The sum of these three metrics tells you how much time visitors are spending on your site and how often they come back for more. The lower your bounce rate, the better. Sites with low bounce rates typically have high pages per visit; sites with high bounce rates tend to have low pages per visit.
How Long is the Average Visit? How long do people typically spend on your site?
Pages per visit are important for two reasons. The first is that it allows you to make a rough calculation of how much revenue your site can generate.
Secondly, pages per visit can tell you a lot about how customers are interacting with your site. Low pages per visit typically point to one of two issues: either visitors don’t find what they’re looking for on your site, or they leave before finding it. The first issue is a matter of content; focus on creating well-written, detailed, and useful information that will capture readers’ attention and keep them coming back for more.
4) Conversion Rate
It’s one thing to understand your conversion rate, but it’s another thing entirely to understand why those conversions are or aren’t happening. For example, if you receive 1,000 visitors and 10 of them convert into sales, but only five of those customers return for a second purchase, how does that compare with your industry average? Are you performing better than competitors or worse?
While looking at your conversion rate is critical, it only tells you one side of the story. If your conversions are low and you can’t identify why it’s time to investigate deeper.
One of the best ways to do that is by using a heat map tool like Crazy Egg. A heat map shows you where visitors are clicking on your site—and what they aren’t clicking on. Are visitors having trouble finding a call-to-action button?
When you understand why visitors aren’t converting, you can make your site more customer-friendly. Use information gleaned from a heat map to reorganize your site so that it’s easier for visitors to find what they need and take action. For example, if customers have a hard time finding your sign-up form on your homepage, move it lower on your page—and add a pop-up window with an offer that encourages them to sign up.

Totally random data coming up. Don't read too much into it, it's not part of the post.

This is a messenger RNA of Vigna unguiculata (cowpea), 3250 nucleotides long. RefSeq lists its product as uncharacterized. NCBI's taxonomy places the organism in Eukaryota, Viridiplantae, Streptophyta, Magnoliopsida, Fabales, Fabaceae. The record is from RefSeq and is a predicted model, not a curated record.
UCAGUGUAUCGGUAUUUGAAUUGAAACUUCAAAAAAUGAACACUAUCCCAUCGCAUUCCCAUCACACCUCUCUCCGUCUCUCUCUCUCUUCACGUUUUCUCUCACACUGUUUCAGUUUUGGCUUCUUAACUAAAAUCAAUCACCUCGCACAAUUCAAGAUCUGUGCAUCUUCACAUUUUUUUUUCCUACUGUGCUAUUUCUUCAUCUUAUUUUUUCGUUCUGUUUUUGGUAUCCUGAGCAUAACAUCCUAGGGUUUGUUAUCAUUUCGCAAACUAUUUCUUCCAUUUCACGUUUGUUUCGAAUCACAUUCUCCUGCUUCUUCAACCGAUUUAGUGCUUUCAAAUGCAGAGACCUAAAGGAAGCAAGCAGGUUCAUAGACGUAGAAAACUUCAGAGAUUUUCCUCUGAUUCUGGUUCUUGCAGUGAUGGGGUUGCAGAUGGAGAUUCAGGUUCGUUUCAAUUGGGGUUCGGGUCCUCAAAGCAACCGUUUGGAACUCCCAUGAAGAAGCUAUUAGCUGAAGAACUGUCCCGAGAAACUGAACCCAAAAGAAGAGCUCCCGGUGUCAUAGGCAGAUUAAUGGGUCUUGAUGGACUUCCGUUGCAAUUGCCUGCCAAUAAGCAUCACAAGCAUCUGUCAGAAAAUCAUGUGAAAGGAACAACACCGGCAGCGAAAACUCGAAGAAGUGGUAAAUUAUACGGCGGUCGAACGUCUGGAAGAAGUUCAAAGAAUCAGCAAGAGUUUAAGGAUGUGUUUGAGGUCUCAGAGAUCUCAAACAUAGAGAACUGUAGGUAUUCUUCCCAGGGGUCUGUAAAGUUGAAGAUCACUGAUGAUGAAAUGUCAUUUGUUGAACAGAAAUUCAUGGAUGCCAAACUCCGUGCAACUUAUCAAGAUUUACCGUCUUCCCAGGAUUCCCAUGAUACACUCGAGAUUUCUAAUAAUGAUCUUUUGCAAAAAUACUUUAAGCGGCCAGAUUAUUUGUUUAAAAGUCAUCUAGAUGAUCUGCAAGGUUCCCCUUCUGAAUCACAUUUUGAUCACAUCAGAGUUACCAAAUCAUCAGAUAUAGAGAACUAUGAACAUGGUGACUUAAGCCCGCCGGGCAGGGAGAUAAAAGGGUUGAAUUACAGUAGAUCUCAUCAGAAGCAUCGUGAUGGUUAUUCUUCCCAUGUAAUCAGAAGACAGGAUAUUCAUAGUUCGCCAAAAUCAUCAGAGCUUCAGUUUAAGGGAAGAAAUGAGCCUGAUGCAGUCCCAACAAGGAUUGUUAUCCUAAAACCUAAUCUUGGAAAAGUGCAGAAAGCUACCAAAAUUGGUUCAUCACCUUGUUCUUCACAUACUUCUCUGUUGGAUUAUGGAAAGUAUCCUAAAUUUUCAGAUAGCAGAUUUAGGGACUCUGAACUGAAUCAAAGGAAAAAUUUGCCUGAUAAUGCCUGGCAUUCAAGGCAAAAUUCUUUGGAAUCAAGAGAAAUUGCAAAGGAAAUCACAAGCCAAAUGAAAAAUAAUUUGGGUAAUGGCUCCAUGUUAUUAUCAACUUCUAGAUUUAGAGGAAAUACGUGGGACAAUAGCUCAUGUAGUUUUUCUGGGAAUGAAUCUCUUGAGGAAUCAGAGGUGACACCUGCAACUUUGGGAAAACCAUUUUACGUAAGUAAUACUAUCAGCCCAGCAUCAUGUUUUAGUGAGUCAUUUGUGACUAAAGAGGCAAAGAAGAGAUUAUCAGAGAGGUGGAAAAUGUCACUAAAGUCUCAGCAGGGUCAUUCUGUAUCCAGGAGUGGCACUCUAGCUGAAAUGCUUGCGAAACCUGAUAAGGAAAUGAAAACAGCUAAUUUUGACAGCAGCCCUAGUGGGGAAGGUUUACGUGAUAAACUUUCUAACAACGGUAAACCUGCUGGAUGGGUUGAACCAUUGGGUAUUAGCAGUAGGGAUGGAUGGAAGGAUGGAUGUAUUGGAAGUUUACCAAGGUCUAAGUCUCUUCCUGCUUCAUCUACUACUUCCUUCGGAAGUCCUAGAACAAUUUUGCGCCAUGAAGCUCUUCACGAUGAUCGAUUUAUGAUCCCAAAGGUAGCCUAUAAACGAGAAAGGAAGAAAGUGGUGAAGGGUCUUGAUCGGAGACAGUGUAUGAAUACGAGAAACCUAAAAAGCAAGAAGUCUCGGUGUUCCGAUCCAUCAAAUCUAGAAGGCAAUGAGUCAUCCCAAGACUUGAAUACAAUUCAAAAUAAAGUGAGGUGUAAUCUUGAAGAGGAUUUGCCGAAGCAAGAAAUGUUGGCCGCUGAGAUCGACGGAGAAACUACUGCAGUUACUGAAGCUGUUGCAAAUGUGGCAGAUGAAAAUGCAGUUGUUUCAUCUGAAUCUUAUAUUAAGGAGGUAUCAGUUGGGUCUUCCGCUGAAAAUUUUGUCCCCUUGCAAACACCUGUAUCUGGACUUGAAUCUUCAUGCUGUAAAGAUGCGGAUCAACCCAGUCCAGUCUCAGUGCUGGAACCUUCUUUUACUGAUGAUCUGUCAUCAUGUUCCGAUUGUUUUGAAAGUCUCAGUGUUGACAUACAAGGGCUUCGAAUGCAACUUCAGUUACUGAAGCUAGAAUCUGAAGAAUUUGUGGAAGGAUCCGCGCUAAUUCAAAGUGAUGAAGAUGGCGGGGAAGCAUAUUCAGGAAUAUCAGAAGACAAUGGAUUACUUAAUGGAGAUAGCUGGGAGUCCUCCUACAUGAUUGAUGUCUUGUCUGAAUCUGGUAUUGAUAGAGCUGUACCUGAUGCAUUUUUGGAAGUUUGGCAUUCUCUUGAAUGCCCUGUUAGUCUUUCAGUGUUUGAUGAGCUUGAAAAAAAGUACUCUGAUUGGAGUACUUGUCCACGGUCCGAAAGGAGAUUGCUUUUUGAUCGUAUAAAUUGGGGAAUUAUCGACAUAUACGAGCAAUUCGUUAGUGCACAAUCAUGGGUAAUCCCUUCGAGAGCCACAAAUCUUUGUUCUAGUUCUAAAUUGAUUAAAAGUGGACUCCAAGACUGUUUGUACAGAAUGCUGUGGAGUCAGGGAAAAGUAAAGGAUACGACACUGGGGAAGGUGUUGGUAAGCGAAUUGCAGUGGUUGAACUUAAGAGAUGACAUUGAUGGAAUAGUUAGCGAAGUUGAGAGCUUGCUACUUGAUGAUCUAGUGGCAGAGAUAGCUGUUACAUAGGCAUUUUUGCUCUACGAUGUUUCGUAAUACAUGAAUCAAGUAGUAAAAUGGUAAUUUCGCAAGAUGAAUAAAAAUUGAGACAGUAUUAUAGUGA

5) Time on Site
Time on site is one of the most important metrics because it’s so closely related to conversion. The longer a user stays on your site, app, landing page, etc., the more likely they are to convert into a lead or sale at some point. This means that time on site can be used as an indicator for success in these areas.
6) Load Time
If you want your site to be successful, you need to understand what makes it fast or slow and how each affects users.
Measure how long it takes for your site to load using a tool like GTMetrix. Here’s a list of other tools you can use if you want more information about specific metrics (there are more than just these 10): Google PageSpeed, WebPageTest, Pingdom, and GTMetrix. If you want an overall picture of how your website is performing across all these metrics at once, check out PageSpeed Insights.
7) Mobile Traffic
Mobile devices are becoming an increasingly popular way for people to access your site, and a recent report showed that more than half of all web traffic comes from mobile devices. However, slow load times and long page sizes can significantly decrease your mobile traffic. In fact, Google recently released its Mobile-Friendly Test Tool; if your site fails Google’s standards, it won’t rank as highly on search engine results pages.